A couple of weeks ago, I took a calculated risk. I took a risk with my little girl.
I guess I'm more into taking risks these days, especially when I feel reasonably confident in my ability to succeed or at least to quickly learn from the failure.
I've been stretching within my limits, growing as a grown up.
On any day of the week, I'd rather put myself at risk than push my children. I'd rather make myself vulnerable than expose them to something for which they are not ready. Still, sometimes a mom has got to try something to see if it's going to work, knowing very well that it might not.
"I already know you are a good mom," she quickly responded to my rhetorical question, "but what's with the doll?
"I'm a good mom because I'm now going to buckle Ellie's toy into the booster seat because I told her I would. And then when I pick her up to go to swim lessons, she'll see that her mermaid is all ready to go and maybe it will make the rest of the day go easier."
"Yeah. Good luck with that."
(She meant this about the swim lessons and my attempts to hedge the tantrum, not the actual logistics of placing a doll in safety restraints. )
(And yes, I understand that the Mermaid meets neither the height nor weight restrictions to legally be buckled in the booster seat, though if it ever came up, I'd have a legitimate argument in my favor BECAUSE IT IS A TOY.)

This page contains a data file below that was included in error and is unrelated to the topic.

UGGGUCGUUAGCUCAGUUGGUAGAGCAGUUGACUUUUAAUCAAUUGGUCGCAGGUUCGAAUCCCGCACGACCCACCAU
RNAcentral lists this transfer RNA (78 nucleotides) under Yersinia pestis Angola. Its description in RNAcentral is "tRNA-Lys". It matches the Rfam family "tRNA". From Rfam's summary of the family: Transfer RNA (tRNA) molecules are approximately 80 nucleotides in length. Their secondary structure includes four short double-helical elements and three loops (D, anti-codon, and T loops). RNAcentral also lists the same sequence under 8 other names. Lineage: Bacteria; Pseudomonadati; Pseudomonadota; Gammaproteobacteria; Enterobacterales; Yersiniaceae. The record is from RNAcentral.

Ellie started out excited about taking swimming lessons. She'd done a stint in the pool last summer in a Mommy & Me class, and told me she already knew how to swim.
I bought her a new suit to wear. She was ready, at least until we were within sight of the water.
I won't try to scare you with words about how much she didn't enjoy the first few days of her lessons, though I did tell a friend that Ellie's response felt like all four months of colic condensed into twenty minutes, wet.
It was an awful, miserable experience on day one.
On day two, I worked in bribes (thus the Mermaid doll, a ride on the carousel, and ice cream), even though the lessons were canceled for bad weather. Her behavior was worse at home, she was regressing in areas she had mastered. My independent little girl had become helpless and needy.
On day three, I took off work to be with her; Ellie and the Mermaid became inseparable (except, ironically, in the water). She kicked at me (Ellie, not the Mermaid), screamed, cried and begged to go home, to not have to swim.
On day four, she didn't cry. She only negotiated.
On day five, she wanted to be the first in the water.
Honestly, I was very close to pulling her out of the lessons and waiting another year. I'd have done this, except I saw her learning and having fun in the water. (Before and after, not so much.) I believed in the instructor and I believed in my girl. I also trusted the other mothers who had told me it might be like this and that their children still learned, and loved, to swim. They told me that by the end of the week, the screaming would pass and she'd be begging to be in the water.
They were right.
Swimming could be anything.